The kanji character 横 (yoko) means side. The character 丁 (cho) means street. Togehter they form the word Yokocho, which means, as you probably have guessed by now, side street, or alleyway. Throughout the years, though, this word’s meaning has evolved: today it’s not just a side street, it has become a symbol of the great japanese cities like Tokyo and Osaka. A place packed with of small restaurants or izakaya, japanese pubs, where we can go to grab a cheap drink or meal after a day’s work.
These iconic streets can be found mostly near train stations and places where many people pass by every day. In Tokyo you can find Omoide Yokocho (Memory Alley) near Shinjuku Station, Nonbei Yokocho (Drunkards Alley) near Shibuya station, Sankaku Chitai, Golden Gai, Ame Yoko, and many more scattered throughout other busy areas of the city.
Almost all of these places are reminders of a time when Japan was just coming out of World War II. After Tokyo was almost totally destroyed during the american bombings, its people needed someplace where they could restart their businesses, selling wares, and providing passers by with cheap meals. And areas near train stations, where there are always people passing by everyday, provided perfect spots.
Besides the opportunity to grab a delicious meal, or have a beer chatting with some locals, Yokocho also represent the possibility of seeing (and photographing) everyday life in the big cities of Japan. When I travel to cities I’m always looking for characteristics and places that define their souls.
And where is the soul of a city like Tokyo? Is it the office buildings with its millions of salarymen? The monuments and sightseeing spots that tell its history and to which tourists flock? The gardens, where people go to enjoy themselves on weekends after a week of work? The nightlife in bars and clubs? Or is it places where we can feel every aspect of the city at once? For me the soul of a city lies in those places that instantly remind you of it and make you want to go back again and again.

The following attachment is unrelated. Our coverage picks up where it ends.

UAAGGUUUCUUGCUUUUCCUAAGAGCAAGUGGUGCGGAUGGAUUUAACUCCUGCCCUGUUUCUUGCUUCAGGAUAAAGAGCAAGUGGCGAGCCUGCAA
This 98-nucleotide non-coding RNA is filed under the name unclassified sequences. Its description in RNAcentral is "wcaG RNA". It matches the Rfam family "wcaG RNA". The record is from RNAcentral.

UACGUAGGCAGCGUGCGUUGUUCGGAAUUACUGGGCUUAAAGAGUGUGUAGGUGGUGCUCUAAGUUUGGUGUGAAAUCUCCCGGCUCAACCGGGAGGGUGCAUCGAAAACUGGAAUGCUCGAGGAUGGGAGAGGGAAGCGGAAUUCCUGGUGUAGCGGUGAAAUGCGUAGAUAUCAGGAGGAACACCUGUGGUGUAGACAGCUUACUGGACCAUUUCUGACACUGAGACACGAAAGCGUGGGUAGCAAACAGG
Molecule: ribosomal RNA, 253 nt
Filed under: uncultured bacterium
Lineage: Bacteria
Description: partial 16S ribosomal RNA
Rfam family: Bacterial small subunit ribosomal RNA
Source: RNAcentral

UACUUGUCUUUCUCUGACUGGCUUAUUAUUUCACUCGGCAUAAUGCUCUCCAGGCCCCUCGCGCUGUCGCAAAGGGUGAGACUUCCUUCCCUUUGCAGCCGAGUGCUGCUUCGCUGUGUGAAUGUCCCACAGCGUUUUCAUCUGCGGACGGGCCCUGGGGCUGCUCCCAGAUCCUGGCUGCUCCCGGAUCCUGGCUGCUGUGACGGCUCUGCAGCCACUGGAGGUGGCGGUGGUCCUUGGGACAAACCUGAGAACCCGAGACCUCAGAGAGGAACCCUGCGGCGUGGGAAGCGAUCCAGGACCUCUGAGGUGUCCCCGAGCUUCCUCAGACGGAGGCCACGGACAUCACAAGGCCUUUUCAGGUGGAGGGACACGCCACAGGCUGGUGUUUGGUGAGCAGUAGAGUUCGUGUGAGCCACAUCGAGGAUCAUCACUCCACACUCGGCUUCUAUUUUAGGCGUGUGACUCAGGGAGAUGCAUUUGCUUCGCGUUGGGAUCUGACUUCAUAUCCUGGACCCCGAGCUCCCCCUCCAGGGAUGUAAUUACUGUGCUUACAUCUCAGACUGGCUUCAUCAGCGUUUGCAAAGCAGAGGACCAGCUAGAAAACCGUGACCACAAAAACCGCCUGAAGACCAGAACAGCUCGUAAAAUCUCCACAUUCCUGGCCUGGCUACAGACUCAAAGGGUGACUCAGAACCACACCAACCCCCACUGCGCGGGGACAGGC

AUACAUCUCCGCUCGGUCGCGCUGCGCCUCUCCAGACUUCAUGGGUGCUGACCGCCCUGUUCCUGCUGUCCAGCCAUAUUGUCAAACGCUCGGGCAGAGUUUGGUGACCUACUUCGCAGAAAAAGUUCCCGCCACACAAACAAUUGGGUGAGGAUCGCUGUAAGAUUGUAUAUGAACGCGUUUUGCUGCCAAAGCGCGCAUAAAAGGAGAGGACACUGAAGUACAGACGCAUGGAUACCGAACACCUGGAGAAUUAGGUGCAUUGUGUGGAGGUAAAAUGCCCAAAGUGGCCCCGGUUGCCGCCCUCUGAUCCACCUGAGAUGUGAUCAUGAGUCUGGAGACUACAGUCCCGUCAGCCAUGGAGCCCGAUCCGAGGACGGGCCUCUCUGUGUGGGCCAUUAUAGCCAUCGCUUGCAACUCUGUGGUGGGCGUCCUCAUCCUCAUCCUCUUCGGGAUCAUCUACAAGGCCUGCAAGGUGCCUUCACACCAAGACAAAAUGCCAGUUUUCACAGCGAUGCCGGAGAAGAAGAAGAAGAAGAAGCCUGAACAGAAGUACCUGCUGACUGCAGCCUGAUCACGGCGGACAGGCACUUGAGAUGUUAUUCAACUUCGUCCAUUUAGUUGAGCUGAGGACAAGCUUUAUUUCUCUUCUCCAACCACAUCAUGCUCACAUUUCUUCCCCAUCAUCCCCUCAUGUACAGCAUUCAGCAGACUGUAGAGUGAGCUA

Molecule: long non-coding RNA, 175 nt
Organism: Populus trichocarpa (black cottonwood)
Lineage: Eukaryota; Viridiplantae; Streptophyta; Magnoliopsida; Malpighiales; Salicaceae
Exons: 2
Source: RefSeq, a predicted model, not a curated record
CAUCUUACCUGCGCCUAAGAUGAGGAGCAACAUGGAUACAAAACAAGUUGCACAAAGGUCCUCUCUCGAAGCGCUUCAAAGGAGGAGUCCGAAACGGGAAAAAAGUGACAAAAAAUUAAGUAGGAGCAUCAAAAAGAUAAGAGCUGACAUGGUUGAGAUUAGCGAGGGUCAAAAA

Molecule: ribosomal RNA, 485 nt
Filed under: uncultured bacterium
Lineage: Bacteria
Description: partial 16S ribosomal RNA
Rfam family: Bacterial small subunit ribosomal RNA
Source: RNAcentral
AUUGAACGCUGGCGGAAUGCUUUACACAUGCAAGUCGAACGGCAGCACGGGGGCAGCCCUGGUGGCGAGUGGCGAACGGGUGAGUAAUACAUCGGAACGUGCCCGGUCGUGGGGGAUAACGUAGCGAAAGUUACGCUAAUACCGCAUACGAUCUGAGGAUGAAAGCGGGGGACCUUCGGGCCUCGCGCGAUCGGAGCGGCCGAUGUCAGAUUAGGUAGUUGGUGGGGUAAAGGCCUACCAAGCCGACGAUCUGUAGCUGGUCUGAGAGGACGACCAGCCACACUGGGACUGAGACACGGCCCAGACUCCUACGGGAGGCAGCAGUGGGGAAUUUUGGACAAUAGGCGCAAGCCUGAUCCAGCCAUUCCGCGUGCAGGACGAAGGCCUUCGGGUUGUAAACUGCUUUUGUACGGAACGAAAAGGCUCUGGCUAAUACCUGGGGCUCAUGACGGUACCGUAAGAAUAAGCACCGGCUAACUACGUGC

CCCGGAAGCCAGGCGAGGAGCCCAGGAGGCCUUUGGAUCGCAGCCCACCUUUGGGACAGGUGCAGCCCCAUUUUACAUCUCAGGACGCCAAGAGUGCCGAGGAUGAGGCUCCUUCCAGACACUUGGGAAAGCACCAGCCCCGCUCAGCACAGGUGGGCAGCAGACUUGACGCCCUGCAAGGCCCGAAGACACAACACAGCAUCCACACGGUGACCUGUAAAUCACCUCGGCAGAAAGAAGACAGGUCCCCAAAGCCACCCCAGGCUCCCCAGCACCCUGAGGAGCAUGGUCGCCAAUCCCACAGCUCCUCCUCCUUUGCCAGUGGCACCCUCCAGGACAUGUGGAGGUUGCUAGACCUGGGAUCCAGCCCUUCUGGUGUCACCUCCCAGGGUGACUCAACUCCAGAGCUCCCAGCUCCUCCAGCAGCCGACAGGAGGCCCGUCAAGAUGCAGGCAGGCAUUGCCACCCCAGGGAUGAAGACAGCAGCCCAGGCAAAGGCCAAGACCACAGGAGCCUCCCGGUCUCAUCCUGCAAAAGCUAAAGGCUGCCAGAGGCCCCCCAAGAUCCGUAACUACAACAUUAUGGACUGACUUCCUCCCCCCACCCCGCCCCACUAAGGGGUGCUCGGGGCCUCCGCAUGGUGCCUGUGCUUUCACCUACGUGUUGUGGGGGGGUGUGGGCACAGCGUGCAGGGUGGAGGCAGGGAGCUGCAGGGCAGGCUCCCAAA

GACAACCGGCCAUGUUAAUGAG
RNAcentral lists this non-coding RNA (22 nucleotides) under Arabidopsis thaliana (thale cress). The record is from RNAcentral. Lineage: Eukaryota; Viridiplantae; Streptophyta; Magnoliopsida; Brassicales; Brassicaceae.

Yokocho make me feel like that. I can see almost all of Tokyo in them. I can see the salarymen that stop for a bite and a drink after a hard day’s work. The tourists that go there to enjoy a different glimpse of the city. I can taste some of the dishes that made traditional Japanese cuisine what it is today. I can see the remnants of a war that destroyed almost all of the city, and the resilience and struggle of its people in rebuilding it. I can see the seasons in the plastic decorations. I can see the neons, the paper lanterns, and the plays of light and shadow that are so characteristic of Japanese art.
Tokyo may be one of the largest cities of the world. But for me its greatest charm lies in narrow streets packed with small restaurants where new companions sit shoulder to shoulder and casually eat and drink away through the night.